5 ways to feel less lonely

Dealing with loneliness can be difficult and speaking about it can be even harder. At camp, we know all about how important connection is, not just for the children and young people we serve, but for their families and the volunteers who work with them too.

If you or someone you know is struggling with loneliness, here are a few ways you can close the gap and help build a connection. From reaching out to connect to building healthy habits, there are many small kindnesses we can offer one another and increase loneliness awareness!

Therapeutic recreation

1. Check in regularly

It may seem simple, but making regular check-ins can help the other person feel less lonely and more supported. For someone who lives alone, it can especially help give their day more structure if they’re expecting a check-in with you. It doesn’t have to be formal, it could be popping around for a cup of tea, giving them a ring on your morning commute or inviting them over for dinner.

2. Be present with others

Becoming more present around your friends and family can help bridge the gap between you. It can start with something as simple as greeting them with a smile when they enter a room, to asking them meaningful questions about their day. Having ‘device-free’ time–whether you’re around children or adults–can bring the focus back to the room.

3. Connect with nature

Whilst human connection is the best way to resolve loneliness, nature also has its many health perks. Getting into nature, whether that’s going for a walk, doing some gardening or even buying some flowers can help you feel more grounded in the world around you. Volunteering is a great way to do this, as there are plenty of opportunities where you can volunteer outside. Our residential camps are just one example of how you can spend time outdoors and connect with others whilst helping children and young people with serious illnesses experience the mischief and magic of childhood.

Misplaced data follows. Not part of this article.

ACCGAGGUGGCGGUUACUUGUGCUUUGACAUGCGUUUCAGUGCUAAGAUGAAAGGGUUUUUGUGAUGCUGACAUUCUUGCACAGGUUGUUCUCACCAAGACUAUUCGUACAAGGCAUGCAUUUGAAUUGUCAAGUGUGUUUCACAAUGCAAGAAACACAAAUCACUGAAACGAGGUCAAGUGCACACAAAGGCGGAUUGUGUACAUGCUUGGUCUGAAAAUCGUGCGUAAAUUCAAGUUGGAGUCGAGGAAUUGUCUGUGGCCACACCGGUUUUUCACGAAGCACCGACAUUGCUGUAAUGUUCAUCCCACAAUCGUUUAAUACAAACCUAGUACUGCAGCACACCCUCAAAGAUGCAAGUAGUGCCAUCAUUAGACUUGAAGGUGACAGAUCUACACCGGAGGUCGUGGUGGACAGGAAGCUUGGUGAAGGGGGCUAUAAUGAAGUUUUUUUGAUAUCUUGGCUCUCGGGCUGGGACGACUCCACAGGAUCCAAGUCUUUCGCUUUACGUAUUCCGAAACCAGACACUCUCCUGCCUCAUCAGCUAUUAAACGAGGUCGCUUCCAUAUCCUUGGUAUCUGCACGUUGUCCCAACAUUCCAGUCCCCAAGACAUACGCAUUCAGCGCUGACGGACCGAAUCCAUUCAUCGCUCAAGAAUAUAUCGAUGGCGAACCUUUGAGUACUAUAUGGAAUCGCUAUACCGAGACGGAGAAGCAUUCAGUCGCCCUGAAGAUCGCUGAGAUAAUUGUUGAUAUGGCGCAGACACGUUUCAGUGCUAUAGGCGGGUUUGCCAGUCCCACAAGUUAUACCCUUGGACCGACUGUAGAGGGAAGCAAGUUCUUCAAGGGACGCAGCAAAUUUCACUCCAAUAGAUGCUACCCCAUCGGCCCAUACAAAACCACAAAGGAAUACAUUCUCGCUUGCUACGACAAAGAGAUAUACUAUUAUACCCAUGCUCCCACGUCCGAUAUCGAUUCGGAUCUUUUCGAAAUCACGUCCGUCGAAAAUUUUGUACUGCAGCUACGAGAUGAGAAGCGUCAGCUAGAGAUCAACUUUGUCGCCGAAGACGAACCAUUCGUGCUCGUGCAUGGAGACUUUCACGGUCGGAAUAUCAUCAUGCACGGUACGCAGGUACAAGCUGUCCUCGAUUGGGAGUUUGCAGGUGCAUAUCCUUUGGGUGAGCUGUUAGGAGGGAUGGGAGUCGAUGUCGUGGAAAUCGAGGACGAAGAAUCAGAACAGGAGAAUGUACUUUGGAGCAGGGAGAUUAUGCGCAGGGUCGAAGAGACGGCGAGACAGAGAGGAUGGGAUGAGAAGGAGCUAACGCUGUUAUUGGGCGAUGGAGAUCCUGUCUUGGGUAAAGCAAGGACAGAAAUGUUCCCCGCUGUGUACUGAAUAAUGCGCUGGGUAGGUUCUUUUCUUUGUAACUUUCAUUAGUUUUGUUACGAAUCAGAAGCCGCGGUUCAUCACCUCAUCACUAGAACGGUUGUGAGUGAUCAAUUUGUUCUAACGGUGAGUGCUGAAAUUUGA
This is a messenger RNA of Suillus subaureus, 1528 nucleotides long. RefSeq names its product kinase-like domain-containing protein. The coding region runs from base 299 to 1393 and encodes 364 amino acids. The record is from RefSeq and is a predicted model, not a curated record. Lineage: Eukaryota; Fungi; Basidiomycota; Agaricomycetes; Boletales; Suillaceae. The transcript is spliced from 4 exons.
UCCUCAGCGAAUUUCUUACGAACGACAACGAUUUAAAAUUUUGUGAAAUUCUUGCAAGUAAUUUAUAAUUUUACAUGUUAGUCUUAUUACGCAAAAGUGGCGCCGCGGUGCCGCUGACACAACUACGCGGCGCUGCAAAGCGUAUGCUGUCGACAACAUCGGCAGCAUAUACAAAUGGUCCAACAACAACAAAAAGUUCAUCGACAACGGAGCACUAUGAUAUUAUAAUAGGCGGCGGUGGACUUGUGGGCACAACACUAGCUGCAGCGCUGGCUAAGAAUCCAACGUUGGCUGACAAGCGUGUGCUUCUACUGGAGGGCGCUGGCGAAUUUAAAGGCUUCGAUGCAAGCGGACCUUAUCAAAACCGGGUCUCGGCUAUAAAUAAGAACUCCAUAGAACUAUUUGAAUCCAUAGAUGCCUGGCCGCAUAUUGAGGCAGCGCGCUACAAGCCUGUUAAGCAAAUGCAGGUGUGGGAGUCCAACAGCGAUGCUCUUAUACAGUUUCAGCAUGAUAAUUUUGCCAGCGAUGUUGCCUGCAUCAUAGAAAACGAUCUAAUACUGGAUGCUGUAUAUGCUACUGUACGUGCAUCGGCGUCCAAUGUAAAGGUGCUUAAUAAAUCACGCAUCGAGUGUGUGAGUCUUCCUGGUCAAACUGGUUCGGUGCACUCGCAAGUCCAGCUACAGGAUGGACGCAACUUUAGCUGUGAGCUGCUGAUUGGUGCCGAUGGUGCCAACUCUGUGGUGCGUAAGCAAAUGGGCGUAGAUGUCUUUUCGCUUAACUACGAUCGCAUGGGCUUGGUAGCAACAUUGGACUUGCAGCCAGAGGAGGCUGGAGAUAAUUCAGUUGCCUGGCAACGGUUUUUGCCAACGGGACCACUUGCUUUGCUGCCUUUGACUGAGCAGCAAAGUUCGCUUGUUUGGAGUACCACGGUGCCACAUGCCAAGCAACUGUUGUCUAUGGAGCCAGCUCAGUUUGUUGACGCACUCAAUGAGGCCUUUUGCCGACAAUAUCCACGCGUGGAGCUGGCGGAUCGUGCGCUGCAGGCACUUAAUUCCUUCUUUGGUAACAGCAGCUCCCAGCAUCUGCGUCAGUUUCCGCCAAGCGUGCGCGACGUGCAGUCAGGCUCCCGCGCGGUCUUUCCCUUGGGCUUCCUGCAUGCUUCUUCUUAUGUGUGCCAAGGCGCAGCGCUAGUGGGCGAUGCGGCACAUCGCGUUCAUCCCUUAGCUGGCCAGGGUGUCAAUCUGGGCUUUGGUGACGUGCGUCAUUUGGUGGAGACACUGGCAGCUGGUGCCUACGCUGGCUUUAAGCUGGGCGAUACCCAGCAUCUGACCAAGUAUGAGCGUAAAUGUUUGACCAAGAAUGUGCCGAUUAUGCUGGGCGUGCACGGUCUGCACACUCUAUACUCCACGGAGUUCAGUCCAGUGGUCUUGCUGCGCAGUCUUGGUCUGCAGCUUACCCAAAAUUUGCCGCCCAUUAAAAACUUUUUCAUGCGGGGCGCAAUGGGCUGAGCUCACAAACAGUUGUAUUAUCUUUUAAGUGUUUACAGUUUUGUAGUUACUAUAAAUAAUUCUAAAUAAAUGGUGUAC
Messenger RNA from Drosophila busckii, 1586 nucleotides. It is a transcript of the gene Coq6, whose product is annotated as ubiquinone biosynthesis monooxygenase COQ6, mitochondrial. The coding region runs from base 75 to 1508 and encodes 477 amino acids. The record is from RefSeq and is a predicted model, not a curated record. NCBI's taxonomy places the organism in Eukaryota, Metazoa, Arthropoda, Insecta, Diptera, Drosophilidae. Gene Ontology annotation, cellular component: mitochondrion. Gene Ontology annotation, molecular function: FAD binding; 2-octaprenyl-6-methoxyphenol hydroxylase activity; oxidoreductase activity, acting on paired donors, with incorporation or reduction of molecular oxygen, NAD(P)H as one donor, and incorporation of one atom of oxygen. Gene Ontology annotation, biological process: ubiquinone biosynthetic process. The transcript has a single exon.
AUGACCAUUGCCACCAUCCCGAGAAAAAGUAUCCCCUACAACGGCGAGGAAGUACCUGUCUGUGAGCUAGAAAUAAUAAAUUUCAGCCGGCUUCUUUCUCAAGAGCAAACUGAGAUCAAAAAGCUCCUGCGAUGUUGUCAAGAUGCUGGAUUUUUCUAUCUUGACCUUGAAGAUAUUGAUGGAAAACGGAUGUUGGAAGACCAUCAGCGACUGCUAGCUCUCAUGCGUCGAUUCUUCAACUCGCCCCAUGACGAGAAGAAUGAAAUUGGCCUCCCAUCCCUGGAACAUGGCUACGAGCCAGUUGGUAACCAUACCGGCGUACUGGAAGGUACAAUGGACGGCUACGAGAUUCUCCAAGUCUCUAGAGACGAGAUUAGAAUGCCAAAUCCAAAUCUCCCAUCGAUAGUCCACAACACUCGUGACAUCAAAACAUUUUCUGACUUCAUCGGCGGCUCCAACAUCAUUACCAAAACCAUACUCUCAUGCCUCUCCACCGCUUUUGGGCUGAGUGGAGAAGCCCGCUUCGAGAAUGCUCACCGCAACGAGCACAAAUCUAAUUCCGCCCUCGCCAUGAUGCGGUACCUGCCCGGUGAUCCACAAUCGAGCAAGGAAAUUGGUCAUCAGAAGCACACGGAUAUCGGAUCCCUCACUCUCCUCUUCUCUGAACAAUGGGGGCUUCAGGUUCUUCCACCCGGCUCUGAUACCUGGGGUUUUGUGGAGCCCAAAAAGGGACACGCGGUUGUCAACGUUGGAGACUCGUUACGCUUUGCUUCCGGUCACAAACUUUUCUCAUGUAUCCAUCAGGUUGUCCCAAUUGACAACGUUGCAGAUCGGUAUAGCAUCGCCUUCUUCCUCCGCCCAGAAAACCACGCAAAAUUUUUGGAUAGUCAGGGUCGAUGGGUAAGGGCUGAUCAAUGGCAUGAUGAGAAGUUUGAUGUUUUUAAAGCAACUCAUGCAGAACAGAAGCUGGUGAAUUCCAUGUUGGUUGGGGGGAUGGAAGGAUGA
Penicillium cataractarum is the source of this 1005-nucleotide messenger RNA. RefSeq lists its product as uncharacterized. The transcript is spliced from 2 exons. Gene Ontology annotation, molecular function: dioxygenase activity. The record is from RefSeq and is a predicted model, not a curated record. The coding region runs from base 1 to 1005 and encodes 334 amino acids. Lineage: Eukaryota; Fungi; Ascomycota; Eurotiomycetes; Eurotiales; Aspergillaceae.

Volunteers in fancy dress

4. Set routines and traditions

Sometimes lack of routine, and therefore lack of plans, can contribute to feelings of loneliness. If we’re not seeing people or doing things regularly, we can start to feel disconnected — 41% of adults in the UK have reported feeling lonelier since we experienced lockdown. Can you pick a random day, or a day that means something special to you, and set it as a tradition to get together on that day? That way you’ll have something to look forward to and enjoy a celebration together. 

5. Encourage different types of play

Play is important for children and adults alike! Team sports are great for this, but if you’re less of a fan, doing an activity with a friend or child also works. There are many types of play that can help us feel connected to one another, but also help a child’s development, including social and constructive play.

At camp, we love to get together and sing camp songs! At mealtimes, you’ll find us encouraging all our campers to at least dance along to our favourite camp songs. Firm favourites at camp are dance parties, capture the flag and laser tag!

Loneliness awareness increases each year and we hope you can try these tips to prevent loneliness. It’s very common for people to feel this way, especially children and young people affected by serious illness and disability. The more we connect with one another, the more we can learn from one another and build relationships.

Come to camp

Our values at Over The Wall include support and friendship, meaning that camp is a place where you can make friends and feel less lonely. Many of our campers and volunteers make lots of friends during their time at camp — 94% of our campers felt less isolated after their time at residential camp. If you’re unable to come to our residential camps, our virtual Camp in the Cloud programme is a fantastic way to connect with people who understand your situation.

Get in touch if you’d like to know more about any of our camps on offer!